Then we have the crowning piece: they solved the riddle: Ed Snowden was able to steal thousands of highly protected NSA documents because…he had a thumb drive.

It’s the weapon that breached the inner sanctum of the most sophisticated information agency in the world.

It’s the weapon to which the NSA, with all its resources, remains utterly vulnerable. Can’t defeat it.

Not only did Snowden stroll into NSA with a thumb drive, he knew how to navigate all the security layers put in place to stop people from stealing classified documents.

“Let’s see. We have a new guy coming to work for us here at NSA today? Oh, whiz kid. Ed Snowden. Outside contractor. Booz Allen. He’s not really an in-house employee of the NSA. Twenty-nine years old. No high school diploma. Has a GED. He worked for the CIA and quit. Hmm. Why did he quit? Oh, never mind, who cares? No problem.

“Tell you what. Let’s give this kid access to our most sensitive data. Sure. Why not? Everything. That stuff we keep behind 986 walls? Where you have to pledge the life of your first-born against the possibility you’ll go rogue? Let Snowden see it all. Sure. What the hell. I’m feeling charitable. He seems like a nice kid.”

NSA is the most awesome spying agency in this world. If you cross the street in Podunk, Anywhere, USA, to buy an ice cream soda, on a Tuesday afternoon in July, they know.

They know whether you sit at the counter and drink that soda or take it and move to the only table in the store.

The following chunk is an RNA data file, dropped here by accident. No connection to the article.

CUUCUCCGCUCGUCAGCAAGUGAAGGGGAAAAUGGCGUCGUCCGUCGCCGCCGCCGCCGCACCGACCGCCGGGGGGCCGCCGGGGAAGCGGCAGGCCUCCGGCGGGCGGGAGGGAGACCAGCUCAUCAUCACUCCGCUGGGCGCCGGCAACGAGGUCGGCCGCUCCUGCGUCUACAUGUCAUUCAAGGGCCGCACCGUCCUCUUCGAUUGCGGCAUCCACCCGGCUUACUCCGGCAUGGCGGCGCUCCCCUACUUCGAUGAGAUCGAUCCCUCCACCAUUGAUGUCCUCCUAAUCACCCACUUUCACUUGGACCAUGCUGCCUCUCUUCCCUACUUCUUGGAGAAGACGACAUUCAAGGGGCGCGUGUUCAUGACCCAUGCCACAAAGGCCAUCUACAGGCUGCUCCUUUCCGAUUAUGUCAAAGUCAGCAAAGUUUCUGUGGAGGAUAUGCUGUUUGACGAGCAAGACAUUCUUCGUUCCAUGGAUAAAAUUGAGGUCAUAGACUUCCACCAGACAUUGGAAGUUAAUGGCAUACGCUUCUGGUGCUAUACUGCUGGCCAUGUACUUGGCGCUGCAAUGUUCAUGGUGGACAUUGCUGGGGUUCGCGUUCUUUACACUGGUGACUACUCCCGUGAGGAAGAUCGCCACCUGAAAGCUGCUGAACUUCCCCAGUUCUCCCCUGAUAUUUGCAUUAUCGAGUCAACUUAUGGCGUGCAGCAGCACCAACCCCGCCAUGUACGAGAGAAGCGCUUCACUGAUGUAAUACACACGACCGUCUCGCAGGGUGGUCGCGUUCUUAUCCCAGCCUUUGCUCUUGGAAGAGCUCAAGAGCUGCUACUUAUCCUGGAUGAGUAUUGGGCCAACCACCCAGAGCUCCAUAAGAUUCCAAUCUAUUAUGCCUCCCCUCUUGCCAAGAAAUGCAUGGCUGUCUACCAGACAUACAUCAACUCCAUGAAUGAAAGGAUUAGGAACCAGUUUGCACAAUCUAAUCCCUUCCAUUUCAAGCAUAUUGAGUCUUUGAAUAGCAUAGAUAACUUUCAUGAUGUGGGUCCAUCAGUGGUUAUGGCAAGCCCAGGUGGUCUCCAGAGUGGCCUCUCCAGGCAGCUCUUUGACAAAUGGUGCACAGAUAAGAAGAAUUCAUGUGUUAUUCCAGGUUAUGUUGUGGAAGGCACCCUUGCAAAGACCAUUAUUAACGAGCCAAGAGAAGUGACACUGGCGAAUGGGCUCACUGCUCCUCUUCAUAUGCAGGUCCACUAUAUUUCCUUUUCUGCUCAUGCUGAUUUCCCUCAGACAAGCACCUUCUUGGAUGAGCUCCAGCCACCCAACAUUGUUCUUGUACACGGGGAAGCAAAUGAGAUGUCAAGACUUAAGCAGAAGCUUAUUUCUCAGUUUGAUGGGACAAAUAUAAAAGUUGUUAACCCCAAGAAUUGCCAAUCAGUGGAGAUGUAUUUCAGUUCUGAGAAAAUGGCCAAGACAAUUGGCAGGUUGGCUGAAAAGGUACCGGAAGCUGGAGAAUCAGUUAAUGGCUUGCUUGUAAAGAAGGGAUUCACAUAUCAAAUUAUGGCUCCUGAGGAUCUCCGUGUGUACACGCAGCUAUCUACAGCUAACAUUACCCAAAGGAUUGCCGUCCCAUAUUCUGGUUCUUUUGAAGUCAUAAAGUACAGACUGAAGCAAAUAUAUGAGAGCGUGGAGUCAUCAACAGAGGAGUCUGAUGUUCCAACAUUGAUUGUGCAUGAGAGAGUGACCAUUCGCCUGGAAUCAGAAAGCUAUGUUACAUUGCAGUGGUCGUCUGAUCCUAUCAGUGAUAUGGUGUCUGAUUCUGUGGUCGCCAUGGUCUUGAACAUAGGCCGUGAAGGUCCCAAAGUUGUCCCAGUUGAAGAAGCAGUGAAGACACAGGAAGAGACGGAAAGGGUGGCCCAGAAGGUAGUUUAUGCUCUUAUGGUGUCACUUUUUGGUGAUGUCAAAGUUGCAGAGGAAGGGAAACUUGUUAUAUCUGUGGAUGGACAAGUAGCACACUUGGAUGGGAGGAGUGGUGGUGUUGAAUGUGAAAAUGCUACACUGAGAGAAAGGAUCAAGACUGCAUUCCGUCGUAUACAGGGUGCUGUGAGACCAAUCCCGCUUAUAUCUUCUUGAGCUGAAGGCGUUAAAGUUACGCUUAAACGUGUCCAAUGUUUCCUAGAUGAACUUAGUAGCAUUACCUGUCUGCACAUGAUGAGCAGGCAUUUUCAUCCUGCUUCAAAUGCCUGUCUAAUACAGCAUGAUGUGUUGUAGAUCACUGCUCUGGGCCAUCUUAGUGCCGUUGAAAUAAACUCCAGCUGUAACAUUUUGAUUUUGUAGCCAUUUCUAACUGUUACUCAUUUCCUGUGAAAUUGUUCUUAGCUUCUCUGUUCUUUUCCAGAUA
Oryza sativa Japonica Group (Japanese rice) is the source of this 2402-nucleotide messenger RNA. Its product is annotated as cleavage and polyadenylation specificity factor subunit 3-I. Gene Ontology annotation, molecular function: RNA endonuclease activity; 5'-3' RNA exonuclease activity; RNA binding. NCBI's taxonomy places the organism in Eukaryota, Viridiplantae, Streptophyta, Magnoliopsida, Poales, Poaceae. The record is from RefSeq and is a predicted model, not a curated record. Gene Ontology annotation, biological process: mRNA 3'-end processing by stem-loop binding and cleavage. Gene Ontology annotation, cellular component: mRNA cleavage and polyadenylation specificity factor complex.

But this agency, with all its vast power and its dollars…

Can’t track one of its own, as he steals the whole store. Can’t keep the store locked. And they can’t track the later movements of this man who made up a story about needing treatment in Hong Kong for epilepsy and then skipped the country.

Just can’t find him.

Can’t find him in Hong Kong, where he does a sit-down video interview with Glenn Greenwald of The Guardian. Can’t find that “safe house” or that “hotel” where he’s staying.

No. Can’t find him or spy on his communications while he’s in Hong Kong. Can’t figure out he’s booked a flight to Russia. Can’t intercept him at the airport before he leaves for Russia. Too difficult.

And this man, this employee, is walking around with four laptops that contain the keys to all the secret spying knowledge in the known cosmos.

Can’t locate those laptops. The most brilliant technical minds of this or any other generation can find a computer in Outer Mongolia in the middle of a blizzard, but these walking-around computers in Hong Kong are somehow beyond reach.

And, again, before this man, Snowden, this employee, skipped Hawaii, he was able to access a principal segment of the layout of the entire US intelligence network. Yes.

Not only that, but anyone who worked at this super-agency as an analyst, as a systems-analyst supervisor, could have done the same thing. Could have stolen the keys to the kingdom.

This is why NSA geniuses with IQs over 180 decided, in the aftermath of the Snowden affair, that they needed to draft “tighter rules and procedures” for their employees. Right.

Pieces of internal of security they hadn’t realized they needed before would be put in place.

This is, let me remind you, the most secretive spying agency in the world. The richest spying agency. The smartest spying agency.

But somehow, over the years, they’d overlooked their own security. They’d left doors open, so that any one of their own analyst-supervisors could steal everything.

Continue Reading At: JonRappoport.wordpress.com